Your company’s contractual agreements may drive your cyber insurance decisions. Take, for example, a logistics company that could face breach of contract charges if they’re out of service for as little as 8 hours. Considering that one famous breach temporarily crippled the shipping giant Maersk, which has ships arriving in ports every 15 minutes, it’s easy to see how the costs could rapidly escalate. In September, Hartford, Connecticut, schools had to postpone the first day of school due to a ransomware attack, and a Chilean bank had to close all of its branches after it was hit by ransomware. Obviously, your cyber insurance decisions need to involve consultation with your attorney and a clear review of your exposure to business interruption.
How much cyber insurance do I need?
Like all insurance discussions, the right coverage depends on your situation, your risk tolerance and discussions with your insurance carrier. But one marker is a 2019 Capgemini study that concluded only 18% of companies have adequate cyber insurance coverage.
Insurance companies are constantly revising their own opinions on coverage and premiums as new threats keep arriving through innovations such as the Internet of Things (IoT) introducing thousands of new vulnerability points.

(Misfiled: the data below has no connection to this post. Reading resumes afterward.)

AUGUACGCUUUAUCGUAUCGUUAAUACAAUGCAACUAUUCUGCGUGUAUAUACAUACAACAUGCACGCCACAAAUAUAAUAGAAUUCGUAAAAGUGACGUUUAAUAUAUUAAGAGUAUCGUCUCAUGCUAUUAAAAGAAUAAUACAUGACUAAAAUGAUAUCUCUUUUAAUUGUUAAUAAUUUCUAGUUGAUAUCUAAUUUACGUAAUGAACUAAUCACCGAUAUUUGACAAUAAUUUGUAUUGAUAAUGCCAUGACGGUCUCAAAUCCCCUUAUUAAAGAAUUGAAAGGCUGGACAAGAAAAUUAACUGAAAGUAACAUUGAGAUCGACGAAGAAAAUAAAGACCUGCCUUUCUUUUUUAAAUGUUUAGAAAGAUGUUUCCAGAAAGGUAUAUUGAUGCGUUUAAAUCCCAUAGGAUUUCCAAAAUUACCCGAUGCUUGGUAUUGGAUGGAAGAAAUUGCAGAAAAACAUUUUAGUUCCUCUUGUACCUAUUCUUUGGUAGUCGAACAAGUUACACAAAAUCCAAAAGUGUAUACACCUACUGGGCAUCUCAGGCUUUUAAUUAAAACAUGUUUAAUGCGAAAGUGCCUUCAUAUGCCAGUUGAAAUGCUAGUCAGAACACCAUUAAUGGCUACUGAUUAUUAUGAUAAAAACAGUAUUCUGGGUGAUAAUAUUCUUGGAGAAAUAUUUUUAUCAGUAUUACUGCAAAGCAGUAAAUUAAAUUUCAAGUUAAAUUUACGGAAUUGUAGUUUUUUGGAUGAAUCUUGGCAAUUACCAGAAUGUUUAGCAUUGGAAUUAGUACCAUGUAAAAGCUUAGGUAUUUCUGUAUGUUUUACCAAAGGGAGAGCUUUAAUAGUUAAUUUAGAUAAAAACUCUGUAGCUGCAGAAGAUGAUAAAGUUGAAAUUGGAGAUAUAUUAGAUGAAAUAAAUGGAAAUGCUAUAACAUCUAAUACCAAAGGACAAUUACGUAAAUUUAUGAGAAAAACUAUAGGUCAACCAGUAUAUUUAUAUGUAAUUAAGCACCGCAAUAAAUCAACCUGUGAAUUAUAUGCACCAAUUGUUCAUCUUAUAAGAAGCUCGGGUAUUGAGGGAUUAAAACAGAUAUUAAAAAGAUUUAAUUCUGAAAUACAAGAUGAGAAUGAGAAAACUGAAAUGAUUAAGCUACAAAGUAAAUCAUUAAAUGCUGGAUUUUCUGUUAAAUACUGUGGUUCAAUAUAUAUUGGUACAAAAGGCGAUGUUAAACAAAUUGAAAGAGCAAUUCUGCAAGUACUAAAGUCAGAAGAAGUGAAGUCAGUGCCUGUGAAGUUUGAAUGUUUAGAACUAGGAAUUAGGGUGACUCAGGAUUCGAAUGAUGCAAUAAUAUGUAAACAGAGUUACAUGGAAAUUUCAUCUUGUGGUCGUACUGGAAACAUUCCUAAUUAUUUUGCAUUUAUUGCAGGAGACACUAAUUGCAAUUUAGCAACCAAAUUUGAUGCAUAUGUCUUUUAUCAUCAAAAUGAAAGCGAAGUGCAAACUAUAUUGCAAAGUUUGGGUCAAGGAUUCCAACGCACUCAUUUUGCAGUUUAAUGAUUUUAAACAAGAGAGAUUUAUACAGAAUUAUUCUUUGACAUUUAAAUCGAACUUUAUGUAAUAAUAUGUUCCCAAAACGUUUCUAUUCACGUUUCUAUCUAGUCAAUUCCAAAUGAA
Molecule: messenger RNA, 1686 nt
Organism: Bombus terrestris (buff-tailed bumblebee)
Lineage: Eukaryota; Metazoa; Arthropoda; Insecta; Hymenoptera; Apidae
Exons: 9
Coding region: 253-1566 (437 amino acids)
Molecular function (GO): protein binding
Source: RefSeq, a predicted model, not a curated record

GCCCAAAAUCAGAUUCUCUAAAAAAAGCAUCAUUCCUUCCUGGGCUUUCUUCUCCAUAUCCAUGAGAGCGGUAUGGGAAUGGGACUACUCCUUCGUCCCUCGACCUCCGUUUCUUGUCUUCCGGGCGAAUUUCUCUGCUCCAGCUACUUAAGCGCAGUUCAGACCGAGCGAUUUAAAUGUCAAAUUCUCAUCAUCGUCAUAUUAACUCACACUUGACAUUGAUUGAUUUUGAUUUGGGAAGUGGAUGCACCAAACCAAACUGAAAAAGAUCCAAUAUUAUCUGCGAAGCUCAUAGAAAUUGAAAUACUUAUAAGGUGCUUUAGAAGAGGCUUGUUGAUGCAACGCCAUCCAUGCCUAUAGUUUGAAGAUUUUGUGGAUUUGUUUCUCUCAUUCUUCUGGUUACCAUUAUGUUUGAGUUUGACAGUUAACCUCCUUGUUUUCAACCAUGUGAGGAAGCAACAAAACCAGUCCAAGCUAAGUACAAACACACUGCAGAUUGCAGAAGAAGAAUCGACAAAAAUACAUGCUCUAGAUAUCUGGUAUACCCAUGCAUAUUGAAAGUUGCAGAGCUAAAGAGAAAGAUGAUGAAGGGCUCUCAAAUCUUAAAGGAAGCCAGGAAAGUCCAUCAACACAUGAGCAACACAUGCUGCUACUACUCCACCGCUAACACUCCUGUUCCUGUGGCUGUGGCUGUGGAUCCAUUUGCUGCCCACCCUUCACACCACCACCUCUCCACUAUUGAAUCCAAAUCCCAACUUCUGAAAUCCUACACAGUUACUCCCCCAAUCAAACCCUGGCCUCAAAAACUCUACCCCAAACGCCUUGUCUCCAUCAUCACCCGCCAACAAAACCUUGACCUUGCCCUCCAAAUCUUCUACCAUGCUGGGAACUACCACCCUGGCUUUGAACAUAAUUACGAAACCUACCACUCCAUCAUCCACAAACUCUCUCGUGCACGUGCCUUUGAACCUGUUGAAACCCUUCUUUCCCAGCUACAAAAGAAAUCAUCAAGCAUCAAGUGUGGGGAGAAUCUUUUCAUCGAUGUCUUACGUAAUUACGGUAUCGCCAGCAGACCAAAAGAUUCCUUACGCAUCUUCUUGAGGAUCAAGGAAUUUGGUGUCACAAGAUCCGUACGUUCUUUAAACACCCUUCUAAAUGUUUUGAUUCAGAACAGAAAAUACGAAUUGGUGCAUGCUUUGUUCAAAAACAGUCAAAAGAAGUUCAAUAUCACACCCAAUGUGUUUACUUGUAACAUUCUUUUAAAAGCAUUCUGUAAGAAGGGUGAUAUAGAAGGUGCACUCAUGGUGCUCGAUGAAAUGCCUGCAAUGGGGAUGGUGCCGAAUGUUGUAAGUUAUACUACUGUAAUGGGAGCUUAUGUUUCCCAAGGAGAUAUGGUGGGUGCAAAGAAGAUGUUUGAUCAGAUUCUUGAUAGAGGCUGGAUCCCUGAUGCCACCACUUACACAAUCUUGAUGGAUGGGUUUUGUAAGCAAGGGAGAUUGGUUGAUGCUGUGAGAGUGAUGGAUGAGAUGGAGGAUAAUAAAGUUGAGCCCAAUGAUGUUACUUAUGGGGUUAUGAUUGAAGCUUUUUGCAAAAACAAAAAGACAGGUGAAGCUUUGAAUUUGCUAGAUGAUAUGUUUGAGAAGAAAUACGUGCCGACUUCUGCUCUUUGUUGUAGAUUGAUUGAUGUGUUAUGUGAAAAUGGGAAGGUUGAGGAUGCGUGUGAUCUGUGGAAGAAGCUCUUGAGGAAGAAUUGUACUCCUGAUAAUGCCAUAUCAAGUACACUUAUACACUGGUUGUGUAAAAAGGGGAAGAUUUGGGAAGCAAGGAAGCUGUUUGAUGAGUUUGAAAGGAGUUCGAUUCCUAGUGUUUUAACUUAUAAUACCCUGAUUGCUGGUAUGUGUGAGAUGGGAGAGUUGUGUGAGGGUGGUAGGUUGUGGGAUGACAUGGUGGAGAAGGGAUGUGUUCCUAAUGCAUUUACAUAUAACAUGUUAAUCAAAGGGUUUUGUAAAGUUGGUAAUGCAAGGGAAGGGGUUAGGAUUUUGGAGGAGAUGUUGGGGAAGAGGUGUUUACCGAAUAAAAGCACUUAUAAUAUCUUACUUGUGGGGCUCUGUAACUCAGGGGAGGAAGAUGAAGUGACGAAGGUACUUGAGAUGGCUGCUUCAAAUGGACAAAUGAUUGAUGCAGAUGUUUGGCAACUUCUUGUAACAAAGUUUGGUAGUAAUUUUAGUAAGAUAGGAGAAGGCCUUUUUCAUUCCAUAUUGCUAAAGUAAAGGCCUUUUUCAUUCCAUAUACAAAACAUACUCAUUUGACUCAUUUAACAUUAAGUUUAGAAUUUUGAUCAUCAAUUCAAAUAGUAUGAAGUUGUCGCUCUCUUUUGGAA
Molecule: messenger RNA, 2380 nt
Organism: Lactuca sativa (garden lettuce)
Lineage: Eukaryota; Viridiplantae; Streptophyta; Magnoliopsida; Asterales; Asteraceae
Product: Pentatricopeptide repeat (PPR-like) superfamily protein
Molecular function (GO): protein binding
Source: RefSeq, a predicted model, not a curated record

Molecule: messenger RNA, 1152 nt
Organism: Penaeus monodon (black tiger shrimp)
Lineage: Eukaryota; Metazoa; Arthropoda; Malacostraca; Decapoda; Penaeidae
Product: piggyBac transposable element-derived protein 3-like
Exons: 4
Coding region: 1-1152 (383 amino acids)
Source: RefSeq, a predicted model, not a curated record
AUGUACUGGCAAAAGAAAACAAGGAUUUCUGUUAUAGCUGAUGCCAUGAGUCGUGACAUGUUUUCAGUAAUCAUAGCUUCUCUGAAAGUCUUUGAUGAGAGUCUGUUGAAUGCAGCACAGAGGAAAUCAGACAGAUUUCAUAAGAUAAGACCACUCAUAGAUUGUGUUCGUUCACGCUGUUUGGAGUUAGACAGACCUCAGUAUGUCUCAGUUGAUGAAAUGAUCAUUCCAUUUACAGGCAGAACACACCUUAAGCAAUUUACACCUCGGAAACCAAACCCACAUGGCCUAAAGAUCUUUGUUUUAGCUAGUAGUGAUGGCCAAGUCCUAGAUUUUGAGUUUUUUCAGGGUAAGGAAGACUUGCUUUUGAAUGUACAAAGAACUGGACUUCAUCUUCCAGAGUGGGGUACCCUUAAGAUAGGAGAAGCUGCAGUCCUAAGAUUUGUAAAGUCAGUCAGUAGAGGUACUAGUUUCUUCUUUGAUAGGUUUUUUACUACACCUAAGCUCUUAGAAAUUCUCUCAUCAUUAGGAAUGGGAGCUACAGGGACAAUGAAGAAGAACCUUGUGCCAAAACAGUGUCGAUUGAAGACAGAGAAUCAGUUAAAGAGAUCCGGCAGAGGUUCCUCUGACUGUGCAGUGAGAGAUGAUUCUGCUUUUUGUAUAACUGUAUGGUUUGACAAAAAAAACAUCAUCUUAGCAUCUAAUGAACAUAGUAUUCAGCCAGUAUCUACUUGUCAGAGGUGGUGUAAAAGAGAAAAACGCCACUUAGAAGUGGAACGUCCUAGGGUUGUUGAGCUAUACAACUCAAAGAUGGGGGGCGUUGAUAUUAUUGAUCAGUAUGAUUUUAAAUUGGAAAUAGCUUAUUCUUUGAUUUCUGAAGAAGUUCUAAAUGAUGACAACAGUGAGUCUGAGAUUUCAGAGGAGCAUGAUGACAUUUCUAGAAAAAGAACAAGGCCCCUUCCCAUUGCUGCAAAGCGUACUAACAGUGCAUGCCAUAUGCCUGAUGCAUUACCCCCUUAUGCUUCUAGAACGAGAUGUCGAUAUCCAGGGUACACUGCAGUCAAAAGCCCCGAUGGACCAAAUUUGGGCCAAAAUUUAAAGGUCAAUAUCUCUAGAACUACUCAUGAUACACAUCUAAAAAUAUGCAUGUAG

As with all insurance, your calculation must consider your potential losses and how much you can afford to pay out of pocket. You’ll have to consider costs to recover/recreate your data, how long you could be out of business while recovering, what lawsuits you might face, etc. Don’t get lulled into thinking you’re covered just because you have a policy and the number sounds impressive.
What does a cyber insurance policy cover?
Coverage typically breaks down into two categories:
- First-party Coverage: This pays for your direct costs to recover from a breach, such as restoring data.
- Third-party Coverage: This pays for costs that others hit you with after a breach, such as government fines or lawsuits by customers/partners who were compromised during your breach.
Don’t assume your overall business interruption coverage includes cybersecurity events. In most cases, you’ll need a separate policy to cover those specific issues.
You also should review the details of which cybersecurity events your specific policy covers. Some default policies exclude coverage for breaches caused by social engineering, such as phishing e-mails or pretexting phone calls, labeling them “voluntary transfers” of information. Since most studies show that about 90% of attacks come through social engineering, that’s an exclusion you can’t ignore.